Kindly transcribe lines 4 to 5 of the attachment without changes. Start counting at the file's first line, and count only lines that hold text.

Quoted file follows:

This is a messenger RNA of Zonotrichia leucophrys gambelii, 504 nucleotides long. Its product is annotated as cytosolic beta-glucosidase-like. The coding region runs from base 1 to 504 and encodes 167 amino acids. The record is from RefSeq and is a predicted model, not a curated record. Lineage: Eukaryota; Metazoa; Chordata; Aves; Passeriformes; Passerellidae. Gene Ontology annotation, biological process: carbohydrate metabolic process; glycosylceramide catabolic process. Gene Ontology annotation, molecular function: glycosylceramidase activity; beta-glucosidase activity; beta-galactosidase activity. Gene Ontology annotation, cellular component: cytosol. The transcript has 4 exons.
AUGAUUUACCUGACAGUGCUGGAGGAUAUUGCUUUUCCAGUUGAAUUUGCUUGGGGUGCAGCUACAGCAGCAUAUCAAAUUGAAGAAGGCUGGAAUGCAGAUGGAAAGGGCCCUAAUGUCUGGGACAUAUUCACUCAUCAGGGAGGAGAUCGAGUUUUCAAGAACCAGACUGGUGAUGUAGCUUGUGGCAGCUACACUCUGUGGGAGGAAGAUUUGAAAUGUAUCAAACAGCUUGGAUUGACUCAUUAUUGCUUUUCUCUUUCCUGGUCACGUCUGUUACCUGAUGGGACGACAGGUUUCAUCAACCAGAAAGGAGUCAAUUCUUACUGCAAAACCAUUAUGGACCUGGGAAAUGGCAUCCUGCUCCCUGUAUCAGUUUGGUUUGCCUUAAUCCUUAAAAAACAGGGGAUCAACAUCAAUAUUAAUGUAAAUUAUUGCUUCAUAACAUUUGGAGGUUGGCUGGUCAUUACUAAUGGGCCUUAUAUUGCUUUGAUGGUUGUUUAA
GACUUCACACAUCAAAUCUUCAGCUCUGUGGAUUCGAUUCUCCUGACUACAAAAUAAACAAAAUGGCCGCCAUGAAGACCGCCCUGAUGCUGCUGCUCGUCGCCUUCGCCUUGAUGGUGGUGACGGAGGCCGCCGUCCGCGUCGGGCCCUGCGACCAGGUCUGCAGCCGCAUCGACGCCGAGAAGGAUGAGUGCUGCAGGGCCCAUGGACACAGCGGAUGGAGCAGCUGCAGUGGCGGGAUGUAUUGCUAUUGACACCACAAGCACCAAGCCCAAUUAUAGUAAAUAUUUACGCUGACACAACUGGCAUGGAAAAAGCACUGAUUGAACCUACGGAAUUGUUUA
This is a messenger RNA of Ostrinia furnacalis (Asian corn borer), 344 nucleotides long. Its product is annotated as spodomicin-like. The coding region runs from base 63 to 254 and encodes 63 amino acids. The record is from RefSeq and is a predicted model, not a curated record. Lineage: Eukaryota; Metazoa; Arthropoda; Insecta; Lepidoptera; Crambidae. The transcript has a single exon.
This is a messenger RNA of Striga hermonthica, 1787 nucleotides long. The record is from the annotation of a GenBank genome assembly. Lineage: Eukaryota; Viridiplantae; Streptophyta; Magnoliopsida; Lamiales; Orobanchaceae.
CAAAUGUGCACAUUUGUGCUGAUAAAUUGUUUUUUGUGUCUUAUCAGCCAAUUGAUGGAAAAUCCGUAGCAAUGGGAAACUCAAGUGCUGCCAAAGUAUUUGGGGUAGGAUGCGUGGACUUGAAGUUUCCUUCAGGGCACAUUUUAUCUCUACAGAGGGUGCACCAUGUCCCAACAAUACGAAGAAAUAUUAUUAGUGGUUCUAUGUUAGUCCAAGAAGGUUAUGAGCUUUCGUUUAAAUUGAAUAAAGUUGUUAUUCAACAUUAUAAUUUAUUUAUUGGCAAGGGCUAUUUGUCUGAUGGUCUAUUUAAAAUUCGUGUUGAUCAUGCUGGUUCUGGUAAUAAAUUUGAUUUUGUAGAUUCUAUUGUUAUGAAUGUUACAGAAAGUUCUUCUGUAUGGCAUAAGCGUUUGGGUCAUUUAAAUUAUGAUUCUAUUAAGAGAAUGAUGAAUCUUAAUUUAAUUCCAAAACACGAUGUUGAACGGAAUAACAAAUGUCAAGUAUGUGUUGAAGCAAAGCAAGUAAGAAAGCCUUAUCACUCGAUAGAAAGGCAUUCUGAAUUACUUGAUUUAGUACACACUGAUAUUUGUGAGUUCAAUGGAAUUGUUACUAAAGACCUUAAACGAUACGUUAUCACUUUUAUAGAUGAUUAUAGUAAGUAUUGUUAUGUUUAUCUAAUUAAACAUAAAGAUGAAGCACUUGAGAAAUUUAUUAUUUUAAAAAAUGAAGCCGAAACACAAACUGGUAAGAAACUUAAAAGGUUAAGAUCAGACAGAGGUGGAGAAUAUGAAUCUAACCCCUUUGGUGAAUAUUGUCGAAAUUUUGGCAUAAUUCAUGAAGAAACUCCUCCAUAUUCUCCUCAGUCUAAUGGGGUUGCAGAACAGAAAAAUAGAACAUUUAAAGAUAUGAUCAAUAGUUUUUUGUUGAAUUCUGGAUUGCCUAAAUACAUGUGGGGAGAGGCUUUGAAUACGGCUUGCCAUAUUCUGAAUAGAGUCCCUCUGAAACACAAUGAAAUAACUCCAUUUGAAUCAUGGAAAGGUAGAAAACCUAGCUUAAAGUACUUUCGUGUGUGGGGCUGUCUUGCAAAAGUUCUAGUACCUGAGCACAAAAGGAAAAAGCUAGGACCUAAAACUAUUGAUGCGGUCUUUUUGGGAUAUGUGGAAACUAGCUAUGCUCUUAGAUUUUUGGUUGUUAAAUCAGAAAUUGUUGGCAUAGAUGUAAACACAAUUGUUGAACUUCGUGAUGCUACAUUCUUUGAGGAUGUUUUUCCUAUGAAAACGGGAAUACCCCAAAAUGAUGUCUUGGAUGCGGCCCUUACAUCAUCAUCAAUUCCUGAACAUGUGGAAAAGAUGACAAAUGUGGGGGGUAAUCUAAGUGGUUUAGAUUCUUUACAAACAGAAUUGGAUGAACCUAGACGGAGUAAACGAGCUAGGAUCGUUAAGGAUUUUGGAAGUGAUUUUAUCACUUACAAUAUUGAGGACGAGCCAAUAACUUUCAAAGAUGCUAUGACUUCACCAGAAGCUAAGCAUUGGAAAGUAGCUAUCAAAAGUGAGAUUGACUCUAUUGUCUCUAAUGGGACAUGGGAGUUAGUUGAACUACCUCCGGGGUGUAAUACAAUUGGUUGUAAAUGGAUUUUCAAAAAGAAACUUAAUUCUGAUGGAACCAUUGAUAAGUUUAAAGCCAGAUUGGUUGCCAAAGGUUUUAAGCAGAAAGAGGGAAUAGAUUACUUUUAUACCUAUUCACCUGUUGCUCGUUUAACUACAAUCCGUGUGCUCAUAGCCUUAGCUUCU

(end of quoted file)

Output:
This is a messenger RNA of Ostrinia furnacalis (Asian corn borer), 344 nucleotides long. Its product is annotated as spodomicin-like. The coding region runs from base 63 to 254 and encodes 63 amino acids. The record is from RefSeq and is a predicted model, not a curated record. Lineage: Eukaryota; Metazoa; Arthropoda; Insecta; Lepidoptera; Crambidae. The transcript has a single exon.
This is a messenger RNA of Striga hermonthica, 1787 nucleotides long. The record is from the annotation of a GenBank genome assembly. Lineage: Eukaryota; Viridiplantae; Streptophyta; Magnoliopsida; Lamiales; Orobanchaceae.